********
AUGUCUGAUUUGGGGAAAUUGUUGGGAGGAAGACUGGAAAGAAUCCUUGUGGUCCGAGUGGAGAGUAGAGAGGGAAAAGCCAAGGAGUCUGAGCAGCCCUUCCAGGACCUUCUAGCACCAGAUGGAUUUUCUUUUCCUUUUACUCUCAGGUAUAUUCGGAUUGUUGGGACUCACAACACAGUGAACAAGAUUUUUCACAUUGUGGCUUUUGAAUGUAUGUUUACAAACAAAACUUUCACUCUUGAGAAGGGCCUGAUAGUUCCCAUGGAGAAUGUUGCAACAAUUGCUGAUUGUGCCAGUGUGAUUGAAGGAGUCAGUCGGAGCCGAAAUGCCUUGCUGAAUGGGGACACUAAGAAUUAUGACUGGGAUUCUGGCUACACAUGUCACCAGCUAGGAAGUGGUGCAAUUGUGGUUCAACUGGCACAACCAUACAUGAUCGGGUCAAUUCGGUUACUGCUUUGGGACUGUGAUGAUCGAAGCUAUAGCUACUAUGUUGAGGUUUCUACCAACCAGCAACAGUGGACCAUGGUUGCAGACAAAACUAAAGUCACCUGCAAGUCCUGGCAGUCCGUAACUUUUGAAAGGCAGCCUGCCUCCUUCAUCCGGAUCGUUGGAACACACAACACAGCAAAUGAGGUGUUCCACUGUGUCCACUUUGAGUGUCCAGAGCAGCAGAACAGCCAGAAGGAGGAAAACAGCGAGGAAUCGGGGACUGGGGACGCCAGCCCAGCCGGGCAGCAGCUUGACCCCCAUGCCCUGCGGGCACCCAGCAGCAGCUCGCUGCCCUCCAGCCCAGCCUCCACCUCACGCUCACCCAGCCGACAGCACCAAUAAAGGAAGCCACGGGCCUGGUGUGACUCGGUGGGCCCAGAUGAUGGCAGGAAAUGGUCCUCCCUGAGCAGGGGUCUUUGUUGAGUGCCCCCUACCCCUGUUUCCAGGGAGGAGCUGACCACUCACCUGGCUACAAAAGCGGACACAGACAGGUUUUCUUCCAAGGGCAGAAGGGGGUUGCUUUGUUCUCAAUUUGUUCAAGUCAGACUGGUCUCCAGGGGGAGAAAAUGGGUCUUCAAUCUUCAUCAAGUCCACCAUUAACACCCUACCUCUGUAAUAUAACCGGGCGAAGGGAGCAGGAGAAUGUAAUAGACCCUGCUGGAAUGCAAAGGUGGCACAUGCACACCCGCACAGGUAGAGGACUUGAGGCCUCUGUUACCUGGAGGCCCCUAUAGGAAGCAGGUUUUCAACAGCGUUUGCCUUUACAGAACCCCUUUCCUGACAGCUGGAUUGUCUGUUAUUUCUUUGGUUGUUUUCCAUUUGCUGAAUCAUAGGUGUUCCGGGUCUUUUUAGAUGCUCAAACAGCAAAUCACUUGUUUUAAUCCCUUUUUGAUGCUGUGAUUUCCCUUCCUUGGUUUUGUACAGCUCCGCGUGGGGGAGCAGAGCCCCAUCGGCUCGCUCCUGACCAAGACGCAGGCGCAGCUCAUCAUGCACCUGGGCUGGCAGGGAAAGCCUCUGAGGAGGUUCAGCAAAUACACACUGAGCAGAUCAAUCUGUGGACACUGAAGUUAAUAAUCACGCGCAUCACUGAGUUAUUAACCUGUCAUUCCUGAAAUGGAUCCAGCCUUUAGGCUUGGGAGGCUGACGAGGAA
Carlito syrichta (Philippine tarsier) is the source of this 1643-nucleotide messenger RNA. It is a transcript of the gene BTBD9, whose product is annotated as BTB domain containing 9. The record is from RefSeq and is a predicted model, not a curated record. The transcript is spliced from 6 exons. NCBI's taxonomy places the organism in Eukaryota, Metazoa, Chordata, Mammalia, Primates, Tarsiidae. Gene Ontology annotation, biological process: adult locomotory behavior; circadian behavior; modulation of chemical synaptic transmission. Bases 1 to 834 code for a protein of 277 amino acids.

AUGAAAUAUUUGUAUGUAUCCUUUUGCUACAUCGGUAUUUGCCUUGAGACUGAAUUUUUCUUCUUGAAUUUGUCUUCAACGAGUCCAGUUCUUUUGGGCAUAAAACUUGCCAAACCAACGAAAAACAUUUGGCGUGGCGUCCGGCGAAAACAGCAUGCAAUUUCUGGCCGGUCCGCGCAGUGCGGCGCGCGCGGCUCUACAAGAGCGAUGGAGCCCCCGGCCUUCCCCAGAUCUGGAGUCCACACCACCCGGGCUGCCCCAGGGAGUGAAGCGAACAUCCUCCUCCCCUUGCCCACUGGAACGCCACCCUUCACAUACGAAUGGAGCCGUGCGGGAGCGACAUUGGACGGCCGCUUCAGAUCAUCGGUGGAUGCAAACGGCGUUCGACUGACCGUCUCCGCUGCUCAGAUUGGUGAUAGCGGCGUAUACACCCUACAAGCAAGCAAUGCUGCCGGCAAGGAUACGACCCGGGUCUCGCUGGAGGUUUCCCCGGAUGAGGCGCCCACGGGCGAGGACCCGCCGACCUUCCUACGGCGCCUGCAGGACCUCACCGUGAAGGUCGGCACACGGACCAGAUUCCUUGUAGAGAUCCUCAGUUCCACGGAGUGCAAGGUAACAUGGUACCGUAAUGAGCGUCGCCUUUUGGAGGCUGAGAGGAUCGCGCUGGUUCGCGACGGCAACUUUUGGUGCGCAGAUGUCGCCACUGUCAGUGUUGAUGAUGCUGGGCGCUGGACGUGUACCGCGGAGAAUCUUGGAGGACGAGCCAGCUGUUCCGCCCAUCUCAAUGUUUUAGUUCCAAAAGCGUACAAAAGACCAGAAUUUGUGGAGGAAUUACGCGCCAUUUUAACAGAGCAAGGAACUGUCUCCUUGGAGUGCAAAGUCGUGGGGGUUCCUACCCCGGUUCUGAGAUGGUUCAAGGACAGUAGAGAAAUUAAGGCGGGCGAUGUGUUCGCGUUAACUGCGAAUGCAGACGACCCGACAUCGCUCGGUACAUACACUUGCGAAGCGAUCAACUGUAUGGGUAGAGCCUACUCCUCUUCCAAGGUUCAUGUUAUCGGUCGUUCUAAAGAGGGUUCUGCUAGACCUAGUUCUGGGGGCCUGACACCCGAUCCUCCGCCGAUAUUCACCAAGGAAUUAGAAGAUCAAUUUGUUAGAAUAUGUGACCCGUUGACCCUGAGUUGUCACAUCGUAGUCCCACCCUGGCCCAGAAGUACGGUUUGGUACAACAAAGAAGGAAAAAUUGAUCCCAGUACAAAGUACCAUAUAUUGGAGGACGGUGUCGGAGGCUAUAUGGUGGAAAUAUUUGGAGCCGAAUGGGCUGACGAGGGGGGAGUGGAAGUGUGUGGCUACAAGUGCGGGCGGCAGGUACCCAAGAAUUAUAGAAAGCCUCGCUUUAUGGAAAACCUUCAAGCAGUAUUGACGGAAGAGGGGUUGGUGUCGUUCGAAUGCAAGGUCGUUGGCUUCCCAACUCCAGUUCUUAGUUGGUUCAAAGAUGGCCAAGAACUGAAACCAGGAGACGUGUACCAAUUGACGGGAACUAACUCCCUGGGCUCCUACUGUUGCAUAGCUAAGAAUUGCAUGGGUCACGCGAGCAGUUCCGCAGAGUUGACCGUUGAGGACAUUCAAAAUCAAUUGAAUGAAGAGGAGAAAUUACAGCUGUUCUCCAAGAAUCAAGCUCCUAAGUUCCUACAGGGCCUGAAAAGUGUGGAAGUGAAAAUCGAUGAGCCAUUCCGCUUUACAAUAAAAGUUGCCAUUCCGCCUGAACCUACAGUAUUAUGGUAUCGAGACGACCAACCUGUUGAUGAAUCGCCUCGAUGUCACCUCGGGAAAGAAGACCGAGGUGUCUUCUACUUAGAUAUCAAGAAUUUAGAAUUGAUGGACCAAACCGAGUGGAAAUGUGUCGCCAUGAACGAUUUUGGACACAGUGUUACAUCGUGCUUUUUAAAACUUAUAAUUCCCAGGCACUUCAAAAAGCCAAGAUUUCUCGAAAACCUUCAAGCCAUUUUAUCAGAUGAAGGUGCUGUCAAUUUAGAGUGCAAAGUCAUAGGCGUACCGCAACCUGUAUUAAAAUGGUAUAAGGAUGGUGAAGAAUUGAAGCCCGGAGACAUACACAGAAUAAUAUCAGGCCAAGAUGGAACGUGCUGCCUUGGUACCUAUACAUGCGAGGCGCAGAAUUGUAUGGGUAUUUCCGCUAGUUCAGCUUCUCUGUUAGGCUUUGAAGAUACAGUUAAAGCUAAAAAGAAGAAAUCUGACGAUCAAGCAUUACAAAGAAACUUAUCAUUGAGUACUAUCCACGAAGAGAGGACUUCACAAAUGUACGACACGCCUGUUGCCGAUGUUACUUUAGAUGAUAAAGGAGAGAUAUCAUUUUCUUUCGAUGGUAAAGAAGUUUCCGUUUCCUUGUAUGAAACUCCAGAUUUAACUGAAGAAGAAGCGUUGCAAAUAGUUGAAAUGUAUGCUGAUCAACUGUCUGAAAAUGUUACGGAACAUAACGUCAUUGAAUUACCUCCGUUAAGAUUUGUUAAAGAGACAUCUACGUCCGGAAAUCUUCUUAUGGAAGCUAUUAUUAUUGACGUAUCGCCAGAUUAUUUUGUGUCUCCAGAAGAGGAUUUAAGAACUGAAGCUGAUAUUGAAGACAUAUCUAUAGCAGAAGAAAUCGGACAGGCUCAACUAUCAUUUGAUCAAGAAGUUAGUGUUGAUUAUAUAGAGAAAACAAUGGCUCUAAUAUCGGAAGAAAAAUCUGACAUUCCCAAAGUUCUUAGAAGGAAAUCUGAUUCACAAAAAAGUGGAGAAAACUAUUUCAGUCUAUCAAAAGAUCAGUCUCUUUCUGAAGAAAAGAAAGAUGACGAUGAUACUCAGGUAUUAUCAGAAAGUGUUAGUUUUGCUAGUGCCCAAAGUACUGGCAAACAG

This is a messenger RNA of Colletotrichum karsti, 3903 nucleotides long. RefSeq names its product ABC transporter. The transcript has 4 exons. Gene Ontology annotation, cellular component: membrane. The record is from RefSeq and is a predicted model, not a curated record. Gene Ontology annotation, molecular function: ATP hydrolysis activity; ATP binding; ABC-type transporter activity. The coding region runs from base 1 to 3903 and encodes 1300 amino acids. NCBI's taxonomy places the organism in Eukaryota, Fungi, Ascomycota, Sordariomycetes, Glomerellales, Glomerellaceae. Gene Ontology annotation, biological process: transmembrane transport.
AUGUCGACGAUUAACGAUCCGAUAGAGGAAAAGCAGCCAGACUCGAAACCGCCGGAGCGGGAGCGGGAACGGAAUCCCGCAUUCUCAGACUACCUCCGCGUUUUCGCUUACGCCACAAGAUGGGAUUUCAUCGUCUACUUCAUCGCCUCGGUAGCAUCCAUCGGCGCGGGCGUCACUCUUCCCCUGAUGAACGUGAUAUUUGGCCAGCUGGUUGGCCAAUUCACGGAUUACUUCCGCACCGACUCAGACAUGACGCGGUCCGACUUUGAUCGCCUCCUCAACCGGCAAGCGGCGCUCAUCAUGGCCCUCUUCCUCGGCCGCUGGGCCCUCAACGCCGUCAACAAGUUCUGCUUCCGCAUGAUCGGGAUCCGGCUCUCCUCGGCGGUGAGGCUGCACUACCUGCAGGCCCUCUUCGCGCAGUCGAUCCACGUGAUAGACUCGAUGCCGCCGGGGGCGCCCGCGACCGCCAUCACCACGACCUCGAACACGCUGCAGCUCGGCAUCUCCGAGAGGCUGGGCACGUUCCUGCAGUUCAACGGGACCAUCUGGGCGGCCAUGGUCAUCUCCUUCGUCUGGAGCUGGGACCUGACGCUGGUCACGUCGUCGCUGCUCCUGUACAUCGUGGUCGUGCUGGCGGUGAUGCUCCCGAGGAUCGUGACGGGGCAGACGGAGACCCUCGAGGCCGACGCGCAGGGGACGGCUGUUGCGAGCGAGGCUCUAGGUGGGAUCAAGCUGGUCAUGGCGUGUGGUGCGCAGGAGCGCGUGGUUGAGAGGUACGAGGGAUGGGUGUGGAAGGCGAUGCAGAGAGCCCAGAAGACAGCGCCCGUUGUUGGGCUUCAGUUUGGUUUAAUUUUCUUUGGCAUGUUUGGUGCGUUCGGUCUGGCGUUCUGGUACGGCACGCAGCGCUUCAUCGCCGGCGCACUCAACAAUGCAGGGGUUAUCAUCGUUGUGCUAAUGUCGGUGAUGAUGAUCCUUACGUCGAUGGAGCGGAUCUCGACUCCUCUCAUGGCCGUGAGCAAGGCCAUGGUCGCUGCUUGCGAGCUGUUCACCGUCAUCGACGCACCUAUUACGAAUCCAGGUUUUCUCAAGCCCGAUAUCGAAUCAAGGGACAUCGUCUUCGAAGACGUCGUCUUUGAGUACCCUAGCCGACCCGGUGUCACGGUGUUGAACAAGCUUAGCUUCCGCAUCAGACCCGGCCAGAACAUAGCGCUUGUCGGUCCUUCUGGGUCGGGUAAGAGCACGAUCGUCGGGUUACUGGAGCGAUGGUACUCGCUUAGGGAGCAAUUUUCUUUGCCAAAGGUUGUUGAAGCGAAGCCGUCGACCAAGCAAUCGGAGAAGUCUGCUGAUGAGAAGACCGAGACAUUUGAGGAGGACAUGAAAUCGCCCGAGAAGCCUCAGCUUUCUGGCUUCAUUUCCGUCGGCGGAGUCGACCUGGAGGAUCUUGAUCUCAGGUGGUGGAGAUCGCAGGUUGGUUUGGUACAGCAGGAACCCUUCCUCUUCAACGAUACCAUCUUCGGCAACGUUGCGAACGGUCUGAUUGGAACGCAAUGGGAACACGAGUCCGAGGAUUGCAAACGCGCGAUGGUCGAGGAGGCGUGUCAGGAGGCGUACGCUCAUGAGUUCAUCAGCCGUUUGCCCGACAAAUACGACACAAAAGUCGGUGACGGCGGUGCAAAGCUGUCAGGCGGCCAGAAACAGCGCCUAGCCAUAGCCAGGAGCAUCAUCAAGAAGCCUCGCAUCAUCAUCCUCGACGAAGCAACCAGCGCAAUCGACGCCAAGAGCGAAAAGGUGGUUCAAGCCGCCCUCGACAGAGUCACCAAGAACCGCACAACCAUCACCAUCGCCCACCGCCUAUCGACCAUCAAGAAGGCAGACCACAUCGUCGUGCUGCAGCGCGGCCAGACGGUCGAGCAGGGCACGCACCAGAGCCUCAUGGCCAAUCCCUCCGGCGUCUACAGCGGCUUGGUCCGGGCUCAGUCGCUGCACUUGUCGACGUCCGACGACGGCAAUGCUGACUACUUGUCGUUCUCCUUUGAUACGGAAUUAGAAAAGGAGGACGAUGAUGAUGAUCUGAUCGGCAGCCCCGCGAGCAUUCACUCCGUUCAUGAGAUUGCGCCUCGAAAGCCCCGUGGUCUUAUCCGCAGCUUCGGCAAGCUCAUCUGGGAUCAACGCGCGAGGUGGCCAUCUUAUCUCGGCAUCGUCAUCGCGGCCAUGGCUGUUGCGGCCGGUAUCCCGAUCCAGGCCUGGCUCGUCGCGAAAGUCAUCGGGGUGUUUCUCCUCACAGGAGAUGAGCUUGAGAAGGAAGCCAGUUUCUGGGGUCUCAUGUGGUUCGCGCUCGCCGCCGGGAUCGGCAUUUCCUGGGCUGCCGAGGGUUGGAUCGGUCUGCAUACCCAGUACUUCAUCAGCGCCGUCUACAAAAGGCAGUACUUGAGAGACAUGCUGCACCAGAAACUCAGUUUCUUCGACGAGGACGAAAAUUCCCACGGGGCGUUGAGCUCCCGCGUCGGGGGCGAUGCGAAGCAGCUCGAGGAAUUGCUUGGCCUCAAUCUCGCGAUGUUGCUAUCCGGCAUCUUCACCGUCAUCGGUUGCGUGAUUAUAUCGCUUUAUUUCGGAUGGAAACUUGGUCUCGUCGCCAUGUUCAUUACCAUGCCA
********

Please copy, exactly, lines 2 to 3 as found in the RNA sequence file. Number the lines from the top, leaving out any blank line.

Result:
Carlito syrichta (Philippine tarsier) is the source of this 1643-nucleotide messenger RNA. It is a transcript of the gene BTBD9, whose product is annotated as BTB domain containing 9. The record is from RefSeq and is a predicted model, not a curated record. The transcript is spliced from 6 exons. NCBI's taxonomy places the organism in Eukaryota, Metazoa, Chordata, Mammalia, Primates, Tarsiidae. Gene Ontology annotation, biological process: adult locomotory behavior; circadian behavior; modulation of chemical synaptic transmission. Bases 1 to 834 code for a protein of 277 amino acids.

AUGAAAUAUUUGUAUGUAUCCUUUUGCUACAUCGGUAUUUGCCUUGAGACUGAAUUUUUCUUCUUGAAUUUGUCUUCAACGAGUCCAGUUCUUUUGGGCAUAAAACUUGCCAAACCAACGAAAAACAUUUGGCGUGGCGUCCGGCGAAAACAGCAUGCAAUUUCUGGCCGGUCCGCGCAGUGCGGCGCGCGCGGCUCUACAAGAGCGAUGGAGCCCCCGGCCUUCCCCAGAUCUGGAGUCCACACCACCCGGGCUGCCCCAGGGAGUGAAGCGAACAUCCUCCUCCCCUUGCCCACUGGAACGCCACCCUUCACAUACGAAUGGAGCCGUGCGGGAGCGACAUUGGACGGCCGCUUCAGAUCAUCGGUGGAUGCAAACGGCGUUCGACUGACCGUCUCCGCUGCUCAGAUUGGUGAUAGCGGCGUAUACACCCUACAAGCAAGCAAUGCUGCCGGCAAGGAUACGACCCGGGUCUCGCUGGAGGUUUCCCCGGAUGAGGCGCCCACGGGCGAGGACCCGCCGACCUUCCUACGGCGCCUGCAGGACCUCACCGUGAAGGUCGGCACACGGACCAGAUUCCUUGUAGAGAUCCUCAGUUCCACGGAGUGCAAGGUAACAUGGUACCGUAAUGAGCGUCGCCUUUUGGAGGCUGAGAGGAUCGCGCUGGUUCGCGACGGCAACUUUUGGUGCGCAGAUGUCGCCACUGUCAGUGUUGAUGAUGCUGGGCGCUGGACGUGUACCGCGGAGAAUCUUGGAGGACGAGCCAGCUGUUCCGCCCAUCUCAAUGUUUUAGUUCCAAAAGCGUACAAAAGACCAGAAUUUGUGGAGGAAUUACGCGCCAUUUUAACAGAGCAAGGAACUGUCUCCUUGGAGUGCAAAGUCGUGGGGGUUCCUACCCCGGUUCUGAGAUGGUUCAAGGACAGUAGAGAAAUUAAGGCGGGCGAUGUGUUCGCGUUAACUGCGAAUGCAGACGACCCGACAUCGCUCGGUACAUACACUUGCGAAGCGAUCAACUGUAUGGGUAGAGCCUACUCCUCUUCCAAGGUUCAUGUUAUCGGUCGUUCUAAAGAGGGUUCUGCUAGACCUAGUUCUGGGGGCCUGACACCCGAUCCUCCGCCGAUAUUCACCAAGGAAUUAGAAGAUCAAUUUGUUAGAAUAUGUGACCCGUUGACCCUGAGUUGUCACAUCGUAGUCCCACCCUGGCCCAGAAGUACGGUUUGGUACAACAAAGAAGGAAAAAUUGAUCCCAGUACAAAGUACCAUAUAUUGGAGGACGGUGUCGGAGGCUAUAUGGUGGAAAUAUUUGGAGCCGAAUGGGCUGACGAGGGGGGAGUGGAAGUGUGUGGCUACAAGUGCGGGCGGCAGGUACCCAAGAAUUAUAGAAAGCCUCGCUUUAUGGAAAACCUUCAAGCAGUAUUGACGGAAGAGGGGUUGGUGUCGUUCGAAUGCAAGGUCGUUGGCUUCCCAACUCCAGUUCUUAGUUGGUUCAAAGAUGGCCAAGAACUGAAACCAGGAGACGUGUACCAAUUGACGGGAACUAACUCCCUGGGCUCCUACUGUUGCAUAGCUAAGAAUUGCAUGGGUCACGCGAGCAGUUCCGCAGAGUUGACCGUUGAGGACAUUCAAAAUCAAUUGAAUGAAGAGGAGAAAUUACAGCUGUUCUCCAAGAAUCAAGCUCCUAAGUUCCUACAGGGCCUGAAAAGUGUGGAAGUGAAAAUCGAUGAGCCAUUCCGCUUUACAAUAAAAGUUGCCAUUCCGCCUGAACCUACAGUAUUAUGGUAUCGAGACGACCAACCUGUUGAUGAAUCGCCUCGAUGUCACCUCGGGAAAGAAGACCGAGGUGUCUUCUACUUAGAUAUCAAGAAUUUAGAAUUGAUGGACCAAACCGAGUGGAAAUGUGUCGCCAUGAACGAUUUUGGACACAGUGUUACAUCGUGCUUUUUAAAACUUAUAAUUCCCAGGCACUUCAAAAAGCCAAGAUUUCUCGAAAACCUUCAAGCCAUUUUAUCAGAUGAAGGUGCUGUCAAUUUAGAGUGCAAAGUCAUAGGCGUACCGCAACCUGUAUUAAAAUGGUAUAAGGAUGGUGAAGAAUUGAAGCCCGGAGACAUACACAGAAUAAUAUCAGGCCAAGAUGGAACGUGCUGCCUUGGUACCUAUACAUGCGAGGCGCAGAAUUGUAUGGGUAUUUCCGCUAGUUCAGCUUCUCUGUUAGGCUUUGAAGAUACAGUUAAAGCUAAAAAGAAGAAAUCUGACGAUCAAGCAUUACAAAGAAACUUAUCAUUGAGUACUAUCCACGAAGAGAGGACUUCACAAAUGUACGACACGCCUGUUGCCGAUGUUACUUUAGAUGAUAAAGGAGAGAUAUCAUUUUCUUUCGAUGGUAAAGAAGUUUCCGUUUCCUUGUAUGAAACUCCAGAUUUAACUGAAGAAGAAGCGUUGCAAAUAGUUGAAAUGUAUGCUGAUCAACUGUCUGAAAAUGUUACGGAACAUAACGUCAUUGAAUUACCUCCGUUAAGAUUUGUUAAAGAGACAUCUACGUCCGGAAAUCUUCUUAUGGAAGCUAUUAUUAUUGACGUAUCGCCAGAUUAUUUUGUGUCUCCAGAAGAGGAUUUAAGAACUGAAGCUGAUAUUGAAGACAUAUCUAUAGCAGAAGAAAUCGGACAGGCUCAACUAUCAUUUGAUCAAGAAGUUAGUGUUGAUUAUAUAGAGAAAACAAUGGCUCUAAUAUCGGAAGAAAAAUCUGACAUUCCCAAAGUUCUUAGAAGGAAAUCUGAUUCACAAAAAAGUGGAGAAAACUAUUUCAGUCUAUCAAAAGAUCAGUCUCUUUCUGAAGAAAAGAAAGAUGACGAUGAUACUCAGGUAUUAUCAGAAAGUGUUAGUUUUGCUAGUGCCCAAAGUACUGGCAAACAG